"It often manifests as just complete disagreements on how to raise kids," said Bracho-Sanchez.
To navigate the complexity, she tells her families that she would never judge parents or accuse them of not loving their kids any less if they're afraid of vaccinations. She just asks that they talk about it.
For some childhood vaccines it can take years, but skeptical parents often come around.
She is now applying those hard-won experiences, in a more accelerated way, nudging families toward getting shots for their kids in how she talks with her own family members hesitant to get their COVID-19 shot.
"These are new vaccines and that comes with a reaction and a fear that is very real," she said. "I think we also have to remember there is massive misinformation out there."
Her skills, and those of pediatricians like her, can help you as you talk with your own loved ones about getting protected against COVID-19.
Vaccine hesitancy is shrinking
More than 100 million Americans have received at least one dose of COVID-19 vaccine, according to the Centers for Disease Control and Prevention.
And openness to the vaccine is rising, with 74% of Americans reporting that they're willing to get a COVID-19 vaccine or that they've already received one, according to a Gallup poll published on March 30. That number is up from 65% from December.
Still, though, some 26% of Americans say they would not get a vaccine right now.
Getting the country over the threshold of herd immunity means finding ways to persuade at least a portion of the people still hesitant to get their shot.
Give people space, and listen to their concerns
For many, COVID-19 vaccine hesitancy manifests simply as a fear of something new.
"It is a normal human reaction to be afraid. Fear is very real. It does not make you stupid. It's normal," Bracho-Sanchez said. "They're having a normal reaction and perhaps they haven't been able to sit down with their physician."
Look for a time to have a calm, rational conversation, where neither person is angry or likely to start a fight.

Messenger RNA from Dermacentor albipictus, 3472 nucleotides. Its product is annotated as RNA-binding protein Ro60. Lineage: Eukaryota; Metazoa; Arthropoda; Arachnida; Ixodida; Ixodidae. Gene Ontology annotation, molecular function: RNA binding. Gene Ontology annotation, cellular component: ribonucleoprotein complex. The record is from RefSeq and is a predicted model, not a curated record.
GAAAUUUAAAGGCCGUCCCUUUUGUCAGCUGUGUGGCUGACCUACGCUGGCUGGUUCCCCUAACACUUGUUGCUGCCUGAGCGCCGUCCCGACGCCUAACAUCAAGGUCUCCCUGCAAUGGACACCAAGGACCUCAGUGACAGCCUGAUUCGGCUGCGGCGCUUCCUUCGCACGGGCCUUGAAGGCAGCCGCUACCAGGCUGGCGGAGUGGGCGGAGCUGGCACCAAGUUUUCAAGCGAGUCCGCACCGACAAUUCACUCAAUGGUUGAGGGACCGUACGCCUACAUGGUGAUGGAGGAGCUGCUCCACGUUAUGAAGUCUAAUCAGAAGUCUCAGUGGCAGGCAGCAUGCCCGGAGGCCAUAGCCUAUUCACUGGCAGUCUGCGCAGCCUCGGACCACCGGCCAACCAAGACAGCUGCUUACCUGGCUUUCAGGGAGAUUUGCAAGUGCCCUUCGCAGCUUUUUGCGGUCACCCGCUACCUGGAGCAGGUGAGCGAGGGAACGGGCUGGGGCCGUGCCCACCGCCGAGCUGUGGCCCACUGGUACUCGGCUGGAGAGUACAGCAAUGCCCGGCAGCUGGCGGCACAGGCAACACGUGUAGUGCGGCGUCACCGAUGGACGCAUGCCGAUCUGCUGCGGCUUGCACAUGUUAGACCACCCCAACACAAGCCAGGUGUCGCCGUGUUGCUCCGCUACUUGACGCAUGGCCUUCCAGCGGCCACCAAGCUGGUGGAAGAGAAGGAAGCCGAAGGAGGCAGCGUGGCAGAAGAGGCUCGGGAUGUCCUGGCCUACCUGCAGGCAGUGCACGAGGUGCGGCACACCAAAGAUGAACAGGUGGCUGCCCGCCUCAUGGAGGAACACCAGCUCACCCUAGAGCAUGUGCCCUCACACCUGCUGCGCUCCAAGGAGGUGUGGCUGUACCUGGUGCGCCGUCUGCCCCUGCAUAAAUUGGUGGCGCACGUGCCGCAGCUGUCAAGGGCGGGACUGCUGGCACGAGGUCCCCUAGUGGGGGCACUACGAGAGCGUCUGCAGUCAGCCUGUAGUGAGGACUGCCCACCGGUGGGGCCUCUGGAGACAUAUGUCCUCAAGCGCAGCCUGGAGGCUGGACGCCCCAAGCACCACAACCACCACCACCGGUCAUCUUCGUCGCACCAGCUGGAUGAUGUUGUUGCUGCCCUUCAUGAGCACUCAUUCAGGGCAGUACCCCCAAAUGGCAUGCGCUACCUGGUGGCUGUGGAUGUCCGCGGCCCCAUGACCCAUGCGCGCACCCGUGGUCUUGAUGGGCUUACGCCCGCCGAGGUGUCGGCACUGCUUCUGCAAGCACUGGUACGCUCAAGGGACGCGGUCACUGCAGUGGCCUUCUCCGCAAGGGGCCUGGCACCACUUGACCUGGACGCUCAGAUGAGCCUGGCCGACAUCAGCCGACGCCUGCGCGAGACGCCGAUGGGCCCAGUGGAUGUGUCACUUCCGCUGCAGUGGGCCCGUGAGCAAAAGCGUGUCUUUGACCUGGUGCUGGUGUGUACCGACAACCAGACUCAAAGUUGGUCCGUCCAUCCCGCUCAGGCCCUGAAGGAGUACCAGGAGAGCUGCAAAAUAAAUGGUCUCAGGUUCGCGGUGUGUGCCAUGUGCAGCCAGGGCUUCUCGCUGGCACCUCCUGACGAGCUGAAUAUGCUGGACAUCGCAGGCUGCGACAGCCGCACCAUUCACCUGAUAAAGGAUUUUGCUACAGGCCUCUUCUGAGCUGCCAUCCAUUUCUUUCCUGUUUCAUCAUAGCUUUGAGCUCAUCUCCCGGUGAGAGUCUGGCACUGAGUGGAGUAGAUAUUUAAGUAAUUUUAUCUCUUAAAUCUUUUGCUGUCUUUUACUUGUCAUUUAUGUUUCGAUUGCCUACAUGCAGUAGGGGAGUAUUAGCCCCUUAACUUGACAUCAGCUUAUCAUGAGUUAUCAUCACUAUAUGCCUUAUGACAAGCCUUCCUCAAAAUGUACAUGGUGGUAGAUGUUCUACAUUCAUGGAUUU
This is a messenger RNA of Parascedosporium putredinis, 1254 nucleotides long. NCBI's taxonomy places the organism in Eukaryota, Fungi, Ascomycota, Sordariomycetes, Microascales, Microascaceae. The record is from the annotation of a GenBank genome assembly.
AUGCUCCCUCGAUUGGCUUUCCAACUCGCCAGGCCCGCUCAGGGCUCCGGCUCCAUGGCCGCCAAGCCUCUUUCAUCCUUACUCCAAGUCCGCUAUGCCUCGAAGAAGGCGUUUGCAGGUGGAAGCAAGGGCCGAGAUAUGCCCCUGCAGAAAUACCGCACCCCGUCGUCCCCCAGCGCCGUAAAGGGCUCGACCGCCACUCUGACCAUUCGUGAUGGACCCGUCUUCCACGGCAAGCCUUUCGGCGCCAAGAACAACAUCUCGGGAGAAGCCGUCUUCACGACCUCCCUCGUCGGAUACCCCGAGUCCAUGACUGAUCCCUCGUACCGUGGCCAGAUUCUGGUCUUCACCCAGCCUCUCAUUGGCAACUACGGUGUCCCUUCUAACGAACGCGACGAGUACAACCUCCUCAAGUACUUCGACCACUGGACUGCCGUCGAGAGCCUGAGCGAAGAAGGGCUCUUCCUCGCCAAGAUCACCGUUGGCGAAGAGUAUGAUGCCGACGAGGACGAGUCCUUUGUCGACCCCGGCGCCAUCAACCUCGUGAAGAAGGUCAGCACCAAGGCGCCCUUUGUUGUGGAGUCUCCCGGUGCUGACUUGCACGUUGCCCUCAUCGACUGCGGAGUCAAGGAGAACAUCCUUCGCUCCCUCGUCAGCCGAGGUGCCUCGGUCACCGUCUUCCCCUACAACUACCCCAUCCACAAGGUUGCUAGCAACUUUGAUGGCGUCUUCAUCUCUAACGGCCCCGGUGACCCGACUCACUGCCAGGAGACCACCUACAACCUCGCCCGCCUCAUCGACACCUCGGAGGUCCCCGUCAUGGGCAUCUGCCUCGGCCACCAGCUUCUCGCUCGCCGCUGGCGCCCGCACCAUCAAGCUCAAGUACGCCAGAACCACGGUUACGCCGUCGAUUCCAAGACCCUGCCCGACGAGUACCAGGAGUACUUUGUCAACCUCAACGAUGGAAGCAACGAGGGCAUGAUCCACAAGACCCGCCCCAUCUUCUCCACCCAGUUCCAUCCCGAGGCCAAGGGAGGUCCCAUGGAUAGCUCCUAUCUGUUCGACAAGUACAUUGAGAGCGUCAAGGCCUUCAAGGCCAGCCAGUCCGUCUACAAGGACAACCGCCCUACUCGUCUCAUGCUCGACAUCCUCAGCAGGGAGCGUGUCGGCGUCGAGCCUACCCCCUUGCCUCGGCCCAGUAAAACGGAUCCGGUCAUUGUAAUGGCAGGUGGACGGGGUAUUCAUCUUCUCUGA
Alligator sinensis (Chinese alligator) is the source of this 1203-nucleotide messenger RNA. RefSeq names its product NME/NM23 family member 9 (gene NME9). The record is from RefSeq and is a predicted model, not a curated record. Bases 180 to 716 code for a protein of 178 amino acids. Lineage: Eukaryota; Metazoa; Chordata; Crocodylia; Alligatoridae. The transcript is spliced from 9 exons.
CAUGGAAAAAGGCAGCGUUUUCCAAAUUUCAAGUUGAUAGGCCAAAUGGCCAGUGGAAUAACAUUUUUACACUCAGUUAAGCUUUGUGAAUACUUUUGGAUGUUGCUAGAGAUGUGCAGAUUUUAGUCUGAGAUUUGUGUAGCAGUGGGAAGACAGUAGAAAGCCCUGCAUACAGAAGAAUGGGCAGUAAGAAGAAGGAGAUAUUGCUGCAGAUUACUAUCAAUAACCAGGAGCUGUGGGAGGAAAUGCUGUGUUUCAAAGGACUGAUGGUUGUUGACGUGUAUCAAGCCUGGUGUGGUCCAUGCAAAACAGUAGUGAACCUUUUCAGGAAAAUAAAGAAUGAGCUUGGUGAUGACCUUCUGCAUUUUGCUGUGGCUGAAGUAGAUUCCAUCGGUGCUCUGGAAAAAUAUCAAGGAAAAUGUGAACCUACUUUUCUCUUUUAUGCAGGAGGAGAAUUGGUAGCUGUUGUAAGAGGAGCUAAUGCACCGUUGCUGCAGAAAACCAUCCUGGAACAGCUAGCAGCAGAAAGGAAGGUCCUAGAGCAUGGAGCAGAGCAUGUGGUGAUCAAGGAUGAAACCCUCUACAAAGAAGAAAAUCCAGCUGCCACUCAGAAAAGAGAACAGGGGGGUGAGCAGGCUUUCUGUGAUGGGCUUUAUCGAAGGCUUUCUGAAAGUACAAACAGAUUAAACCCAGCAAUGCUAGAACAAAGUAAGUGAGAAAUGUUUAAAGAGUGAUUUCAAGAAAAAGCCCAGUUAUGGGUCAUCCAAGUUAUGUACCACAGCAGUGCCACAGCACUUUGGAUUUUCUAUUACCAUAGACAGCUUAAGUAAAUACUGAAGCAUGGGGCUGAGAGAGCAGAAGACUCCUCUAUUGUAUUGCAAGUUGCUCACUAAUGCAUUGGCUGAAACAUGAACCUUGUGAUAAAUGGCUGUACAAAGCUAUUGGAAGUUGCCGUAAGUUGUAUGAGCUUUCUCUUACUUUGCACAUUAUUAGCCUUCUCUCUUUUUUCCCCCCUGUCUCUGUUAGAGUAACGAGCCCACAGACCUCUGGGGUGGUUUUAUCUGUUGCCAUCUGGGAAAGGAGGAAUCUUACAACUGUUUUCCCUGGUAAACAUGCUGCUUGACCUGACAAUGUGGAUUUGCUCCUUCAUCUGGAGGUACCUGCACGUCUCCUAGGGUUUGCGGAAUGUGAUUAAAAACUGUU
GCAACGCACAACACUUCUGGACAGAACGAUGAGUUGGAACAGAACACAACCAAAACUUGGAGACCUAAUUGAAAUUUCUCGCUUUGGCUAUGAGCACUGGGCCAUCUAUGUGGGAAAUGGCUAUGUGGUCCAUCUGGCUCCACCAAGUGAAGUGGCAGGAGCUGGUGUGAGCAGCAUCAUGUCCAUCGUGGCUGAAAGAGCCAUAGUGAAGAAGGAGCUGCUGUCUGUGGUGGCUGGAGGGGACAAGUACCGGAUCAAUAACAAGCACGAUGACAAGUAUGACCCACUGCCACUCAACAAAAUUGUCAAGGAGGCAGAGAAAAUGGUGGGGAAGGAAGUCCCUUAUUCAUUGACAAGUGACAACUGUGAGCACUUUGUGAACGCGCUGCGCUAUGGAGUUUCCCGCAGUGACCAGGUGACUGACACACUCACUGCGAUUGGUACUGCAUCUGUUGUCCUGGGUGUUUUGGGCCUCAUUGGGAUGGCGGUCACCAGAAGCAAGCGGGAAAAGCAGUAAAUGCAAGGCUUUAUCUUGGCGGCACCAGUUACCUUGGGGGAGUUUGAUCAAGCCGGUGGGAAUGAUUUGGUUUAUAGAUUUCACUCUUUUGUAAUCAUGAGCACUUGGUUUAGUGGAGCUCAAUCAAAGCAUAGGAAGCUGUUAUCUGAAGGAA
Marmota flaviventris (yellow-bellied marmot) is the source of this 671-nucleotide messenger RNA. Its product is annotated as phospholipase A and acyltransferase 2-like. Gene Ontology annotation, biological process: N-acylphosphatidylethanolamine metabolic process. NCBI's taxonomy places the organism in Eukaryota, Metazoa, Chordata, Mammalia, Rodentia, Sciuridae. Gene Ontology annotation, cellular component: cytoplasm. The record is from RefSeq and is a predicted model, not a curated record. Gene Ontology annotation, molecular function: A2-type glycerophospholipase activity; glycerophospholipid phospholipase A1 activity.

"The first thing I would say is 'I get it. I totally get where you're coming from and I understand that you're concerned about this,'" Bracho-Sanchez said.
As you're having a conversation with loved one, she emphasized being an active and empathetic listener.
"If you really care about someone and you're trying to help them think through something that could be beneficial for their health, if you yell, if you are condescending, if you share too much that they're not willing to hear, you might lose that bond, and it closes the door for future conversations," she said.
As a pediatrician, Bracho-Sanchez has succeeded by nudging parents over the course of multiple conversations.
Cite scientific data
Skepticism to existing vaccines -- such as that for measles, mumps and rubella -- has been driven by concerns such as a spurious link to autism, which has been disproven by a significant body of research.
Study after study has shown that vaccinations are safe and effective for preventing disease.
And the track record for the COVID-19 vaccines has been particularly strong. Adverse reactions are extremely rare and the vaccines manufactured by Pfizer and Moderna, for instance, have shown an ability to prevent disease well above 90%.
"I think it's important to note that the more that a group of people know about the vaccine, the more likely they are to take it," said Dr. Susan Bailey, president of the American Medical Association.
Last week, Pfizer released six months of data showing its vaccine is safe and effective. Steps like that could help satisfy holdouts. Some 23% of those opposed getting the vaccine cite wanting "to wait to confirm it is safe," according to Gallup.
"That's another common question that people have, 'Well I want to wait a while and see how it goes. Well, we have waited a while and everything still looks great," Bailey said. "The bottom line is the greatest risk is not getting the vaccine and becoming ill with COVID."